When I was still in the planning stages of How to Dance with a Duke, I knew that presenting yet another Regency Romance to the reading masses was going to be met with a groan from some quarters.
Over the last ten years or so, it does seem as if the number of Regencies has increased as quickly as the number of any other historical setting has decreased. And I’ve seen more than one reader complain on various online forums about the glut of Regencies on the romance market. But simply because something is popular, that doesn’t mean it should be avoided all together. And, darn it, I’ve loved the Regency period since long before it became the hottest game in town. I have earned my Regency cred and I intend to use it!
So, with apologies to Julia Quinn, I give you: FIVE THINGS I LOVE ABOUT THE REGENCY PERIOD.
1. The Quizzing Glass: How many times in my own life have I longed to whip out a quizzing glass an put someone in his or her place? Many times, dear reader. Many times. Even though it’s an accessory that has been used in novel after novel, by gentleman after gentleman, I never grow tired of reading an excellently written scene involving a quizzing glass. One of my favorites is the opening scene of Mary Balogh’s Slightly Dangerous.
2. Almack’s: I can hear your groan now, gentle readers, about how Almack’s, with its weak lemonade and stale biscuits, is clearly past its literary prime. And yet, I will hear none of it! Yes, perhaps it’s become a sort of romance shorthand to set a scene in that most august of assembly rooms, but darn it, I like the place. I enjoy hearing about how annoying Lady Jersey is, or how some poor sod is denied admittance for being a few minutes too late. Or worse, about the gentleman who dares to attempt to go inside while wearing anything but the required knee breeches! Scorn me if you must, but I am fond of the place. So there.
3. Prinny: Back about a hundred or so years ago when I first began reading regencies, the appearance of Prinny and his good buddy Brummell at a ball made my heart beat faster. Not because he was at all heroic or attractive, but because the concept of a royal personage and his oh so fashionable friend suddenly showing up at one’s party was so utterly delicious. And yes, sometimes they ended up just being caricatures but that’s what happens when you write about people who actually existed. I also liked never knowing whether the portrayal would be of sympathetic Prinny or disgusting Prinny. I suppose it depended upon whether the author was a Tory or a Whig, or which historians they believed about him. But in the end, I like him no matter which one of his many personalities appears.
4. Feisty Heroines: Okay, so maybe this one isn’t strictly limited to books set in the Regency period, but the subgenre certainly has boasted its share of feisty heroines. And what’s so bad about feisty? Without some serious determination on the part of the heroine, most romance novels would never even get going properly. What if Lizzie Bennett had never lost her temper with Darcy? What if Marianne hadn’t exchanged all those improper letters with Willoughby? It seems to me that the folk who complain about feisty heroines are really complaining about silliness. Which is not the same thing at all. And one must remember that a book in which the heroine and the heroine do not change at all in the course of the novel is not a very well written one. Perhaps the heroine might begin the book as quick tempered and feisty, but by the end she will usually have matured and grown as a person. So don’t hate me because I’m feisty! Without some sass our novels would be very dull indeed.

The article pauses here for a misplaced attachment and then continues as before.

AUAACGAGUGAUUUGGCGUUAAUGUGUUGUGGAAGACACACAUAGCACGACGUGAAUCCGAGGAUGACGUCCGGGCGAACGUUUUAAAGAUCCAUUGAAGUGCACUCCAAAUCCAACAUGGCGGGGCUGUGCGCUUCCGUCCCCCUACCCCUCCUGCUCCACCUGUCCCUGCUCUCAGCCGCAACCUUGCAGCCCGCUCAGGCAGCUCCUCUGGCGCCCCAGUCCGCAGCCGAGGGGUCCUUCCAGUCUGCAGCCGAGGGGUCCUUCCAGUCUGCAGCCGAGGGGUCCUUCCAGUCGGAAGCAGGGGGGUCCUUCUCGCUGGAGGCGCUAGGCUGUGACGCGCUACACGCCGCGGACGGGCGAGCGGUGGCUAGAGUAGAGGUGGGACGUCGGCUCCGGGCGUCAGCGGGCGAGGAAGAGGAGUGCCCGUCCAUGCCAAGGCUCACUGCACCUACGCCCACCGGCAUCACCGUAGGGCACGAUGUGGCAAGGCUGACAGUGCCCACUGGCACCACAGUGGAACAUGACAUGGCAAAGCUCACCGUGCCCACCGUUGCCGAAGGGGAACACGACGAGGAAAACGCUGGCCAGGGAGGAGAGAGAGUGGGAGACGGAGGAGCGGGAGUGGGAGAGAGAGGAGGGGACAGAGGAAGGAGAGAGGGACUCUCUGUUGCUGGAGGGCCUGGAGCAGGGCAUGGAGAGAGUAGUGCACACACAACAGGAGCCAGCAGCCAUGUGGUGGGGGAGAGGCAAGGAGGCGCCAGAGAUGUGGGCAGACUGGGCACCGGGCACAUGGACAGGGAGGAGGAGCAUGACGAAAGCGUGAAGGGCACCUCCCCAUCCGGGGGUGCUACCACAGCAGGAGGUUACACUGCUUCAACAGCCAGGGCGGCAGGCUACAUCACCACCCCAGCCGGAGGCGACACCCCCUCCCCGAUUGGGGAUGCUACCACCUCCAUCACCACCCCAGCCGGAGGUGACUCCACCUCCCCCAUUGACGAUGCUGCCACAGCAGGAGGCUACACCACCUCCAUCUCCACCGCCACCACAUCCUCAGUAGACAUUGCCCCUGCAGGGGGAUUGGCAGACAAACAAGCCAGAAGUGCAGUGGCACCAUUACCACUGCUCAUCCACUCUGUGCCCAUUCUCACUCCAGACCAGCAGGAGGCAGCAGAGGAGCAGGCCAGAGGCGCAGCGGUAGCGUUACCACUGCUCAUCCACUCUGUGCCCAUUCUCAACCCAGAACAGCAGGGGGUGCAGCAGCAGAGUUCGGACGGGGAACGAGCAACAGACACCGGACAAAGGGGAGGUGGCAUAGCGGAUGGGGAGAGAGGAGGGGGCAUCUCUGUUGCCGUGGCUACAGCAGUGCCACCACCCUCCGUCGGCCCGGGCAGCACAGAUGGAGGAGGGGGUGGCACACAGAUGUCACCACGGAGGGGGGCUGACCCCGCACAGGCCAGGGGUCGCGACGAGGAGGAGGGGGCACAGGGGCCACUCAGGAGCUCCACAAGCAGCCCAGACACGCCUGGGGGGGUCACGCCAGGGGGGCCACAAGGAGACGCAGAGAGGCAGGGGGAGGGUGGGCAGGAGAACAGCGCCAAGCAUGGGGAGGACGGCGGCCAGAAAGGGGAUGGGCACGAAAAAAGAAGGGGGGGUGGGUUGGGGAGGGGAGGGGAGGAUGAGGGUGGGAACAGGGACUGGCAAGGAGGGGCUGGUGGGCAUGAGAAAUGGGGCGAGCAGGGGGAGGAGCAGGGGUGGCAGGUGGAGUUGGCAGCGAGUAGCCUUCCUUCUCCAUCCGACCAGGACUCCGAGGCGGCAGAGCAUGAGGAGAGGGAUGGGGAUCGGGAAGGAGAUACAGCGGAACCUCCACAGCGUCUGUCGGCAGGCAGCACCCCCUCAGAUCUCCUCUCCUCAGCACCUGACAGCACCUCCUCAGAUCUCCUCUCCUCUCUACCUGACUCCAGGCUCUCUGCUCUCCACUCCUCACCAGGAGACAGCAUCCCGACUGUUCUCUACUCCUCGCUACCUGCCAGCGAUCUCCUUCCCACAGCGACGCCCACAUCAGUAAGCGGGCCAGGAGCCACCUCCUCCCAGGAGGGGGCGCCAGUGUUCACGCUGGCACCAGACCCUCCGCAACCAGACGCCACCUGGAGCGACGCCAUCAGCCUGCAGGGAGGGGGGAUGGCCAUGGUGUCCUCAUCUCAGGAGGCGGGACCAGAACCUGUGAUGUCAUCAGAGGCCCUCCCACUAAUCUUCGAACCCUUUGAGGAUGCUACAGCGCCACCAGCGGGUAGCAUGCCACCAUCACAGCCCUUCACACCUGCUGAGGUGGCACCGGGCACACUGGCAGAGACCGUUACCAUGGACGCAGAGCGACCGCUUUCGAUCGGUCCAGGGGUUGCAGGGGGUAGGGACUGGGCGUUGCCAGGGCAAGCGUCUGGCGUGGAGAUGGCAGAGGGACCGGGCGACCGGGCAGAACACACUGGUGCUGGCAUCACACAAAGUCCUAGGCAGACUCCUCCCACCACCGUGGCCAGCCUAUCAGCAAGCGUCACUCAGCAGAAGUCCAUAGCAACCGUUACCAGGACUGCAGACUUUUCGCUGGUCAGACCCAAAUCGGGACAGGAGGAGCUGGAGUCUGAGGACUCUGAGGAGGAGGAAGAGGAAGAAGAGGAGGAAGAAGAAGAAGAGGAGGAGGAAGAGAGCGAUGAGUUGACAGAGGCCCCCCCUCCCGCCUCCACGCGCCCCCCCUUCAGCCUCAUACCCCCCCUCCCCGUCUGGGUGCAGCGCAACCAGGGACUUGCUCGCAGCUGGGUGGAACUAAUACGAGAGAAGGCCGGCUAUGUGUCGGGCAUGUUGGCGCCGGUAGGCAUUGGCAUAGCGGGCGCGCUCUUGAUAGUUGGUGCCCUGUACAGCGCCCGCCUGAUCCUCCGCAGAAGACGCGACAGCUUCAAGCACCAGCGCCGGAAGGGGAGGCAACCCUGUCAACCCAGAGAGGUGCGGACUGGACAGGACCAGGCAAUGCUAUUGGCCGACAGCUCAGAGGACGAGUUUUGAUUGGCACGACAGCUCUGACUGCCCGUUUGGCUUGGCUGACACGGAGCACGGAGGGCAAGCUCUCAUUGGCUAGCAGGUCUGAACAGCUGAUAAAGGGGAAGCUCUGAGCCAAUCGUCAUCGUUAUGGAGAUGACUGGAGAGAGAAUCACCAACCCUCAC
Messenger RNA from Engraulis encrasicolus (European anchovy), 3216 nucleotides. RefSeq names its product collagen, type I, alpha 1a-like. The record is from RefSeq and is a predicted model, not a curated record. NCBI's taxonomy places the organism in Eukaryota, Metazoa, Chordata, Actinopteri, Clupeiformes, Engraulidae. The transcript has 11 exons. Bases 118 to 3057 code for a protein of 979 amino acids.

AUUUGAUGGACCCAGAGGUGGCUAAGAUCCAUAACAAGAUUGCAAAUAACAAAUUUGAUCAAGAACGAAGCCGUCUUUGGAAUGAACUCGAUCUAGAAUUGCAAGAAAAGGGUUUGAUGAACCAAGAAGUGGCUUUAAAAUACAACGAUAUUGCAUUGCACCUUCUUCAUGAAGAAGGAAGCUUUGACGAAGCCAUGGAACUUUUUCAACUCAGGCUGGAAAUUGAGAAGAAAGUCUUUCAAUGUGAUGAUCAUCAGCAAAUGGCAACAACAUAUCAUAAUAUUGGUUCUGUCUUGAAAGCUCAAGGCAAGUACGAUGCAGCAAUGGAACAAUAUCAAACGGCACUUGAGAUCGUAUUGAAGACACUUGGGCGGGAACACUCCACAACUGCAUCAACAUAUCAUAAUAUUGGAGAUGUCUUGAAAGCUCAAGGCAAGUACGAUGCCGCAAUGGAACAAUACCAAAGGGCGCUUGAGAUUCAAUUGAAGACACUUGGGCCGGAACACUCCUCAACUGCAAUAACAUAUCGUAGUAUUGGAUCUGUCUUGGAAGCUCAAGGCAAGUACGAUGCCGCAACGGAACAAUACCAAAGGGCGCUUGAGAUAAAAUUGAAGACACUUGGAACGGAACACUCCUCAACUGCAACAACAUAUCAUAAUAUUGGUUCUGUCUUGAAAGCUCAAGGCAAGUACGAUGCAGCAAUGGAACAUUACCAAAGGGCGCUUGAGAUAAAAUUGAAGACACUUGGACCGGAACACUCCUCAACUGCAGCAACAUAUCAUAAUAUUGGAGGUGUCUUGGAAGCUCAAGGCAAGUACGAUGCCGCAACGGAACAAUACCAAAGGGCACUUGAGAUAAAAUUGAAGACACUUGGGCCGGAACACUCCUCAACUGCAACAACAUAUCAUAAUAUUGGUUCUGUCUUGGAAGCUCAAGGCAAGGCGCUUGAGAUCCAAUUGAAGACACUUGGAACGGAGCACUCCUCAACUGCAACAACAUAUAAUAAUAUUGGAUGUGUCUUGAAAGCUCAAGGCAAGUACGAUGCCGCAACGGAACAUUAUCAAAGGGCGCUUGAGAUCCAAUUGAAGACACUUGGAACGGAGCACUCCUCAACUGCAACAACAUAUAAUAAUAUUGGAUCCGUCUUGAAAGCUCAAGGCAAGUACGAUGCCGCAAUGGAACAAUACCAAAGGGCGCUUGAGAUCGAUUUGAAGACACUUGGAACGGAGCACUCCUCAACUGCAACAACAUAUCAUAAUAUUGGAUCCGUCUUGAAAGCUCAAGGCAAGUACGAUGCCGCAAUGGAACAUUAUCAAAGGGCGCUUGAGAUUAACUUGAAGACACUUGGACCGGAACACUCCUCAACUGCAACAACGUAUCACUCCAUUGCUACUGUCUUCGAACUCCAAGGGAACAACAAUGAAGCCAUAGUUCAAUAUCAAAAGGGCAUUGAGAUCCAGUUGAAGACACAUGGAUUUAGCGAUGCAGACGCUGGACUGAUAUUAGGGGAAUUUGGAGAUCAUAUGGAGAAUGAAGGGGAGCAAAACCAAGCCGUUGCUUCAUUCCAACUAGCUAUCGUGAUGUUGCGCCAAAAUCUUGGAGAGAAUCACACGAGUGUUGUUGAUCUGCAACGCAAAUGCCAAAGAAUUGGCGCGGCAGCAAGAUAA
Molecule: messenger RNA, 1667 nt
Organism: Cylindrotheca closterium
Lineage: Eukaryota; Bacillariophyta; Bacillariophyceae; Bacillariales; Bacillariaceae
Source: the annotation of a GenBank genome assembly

5. Dukes: Sigh. I get it. I really do understand. There were so few dukes of marriageable age during the Regency period. And it’s foolish to imagine there was even one drop dead gorgeous duke roaming the streets of London, let alone the umpteen thousand who must by now have been created by romance writers. But, here’s the thing. We are not writing about the actual Regency. Well, let me rephrase that: I am not writing about the actual Regency. What I am writing about is a sort of faux Regency that bears some resemblance to the actual time and place, but is in some ways much pleasanter and in other ways much darker. And in my version of Regency England, more than one young, attractive, duke exists and is just waiting to find the right heroine so he can settle down and secure the succession. I like it that way!
So, there you have it. Five reasons why this author has chosen to set her novels in the Regency era. Are there any things that you particularly like, or even dislike, about the Regency Romance? Tell me all about it! One commenter will win a copy of How to Dance with a Duke.
What’s a wallflower to do when she’s suddenly in need of a husband? Use all the pluck and moxie she can muster to get what she wants…
SHE’S IN NEED OF A PARTNER
Miss Cecily Hurston would much rather explore the antiquities of Egypt than the uncharted territory of marriage. But the rules of her father’s exclusive academic society forbid her entrance unless she weds one of its members. To clear her ailing father’s name of a scandalous rumor, Cecily needs to gain admission into the Egyptian Club—and is willing to marry any old dullard to do it.
AND HE HAS ALL THE RIGHT MOVES
Lucas Dalton, Duke of Winterson, is anything but dull. He’s a dashing and decorated war hero determined to help Cecily—even if that means looking the other way when she claims the dance card of Amelia Snow, this season’s most sought-after beauty. But Lucas has a reason for wanting Cecily to join the Egyptian Club: His brother went missing during one of Lord Hurston’s expeditions to Egypt. An alliance with the explorer’s bluestocking daughter could bring Lucas closer to the truth about what happened…or it could lead him to a more dangerous love than either he or Cecily could have imagined….
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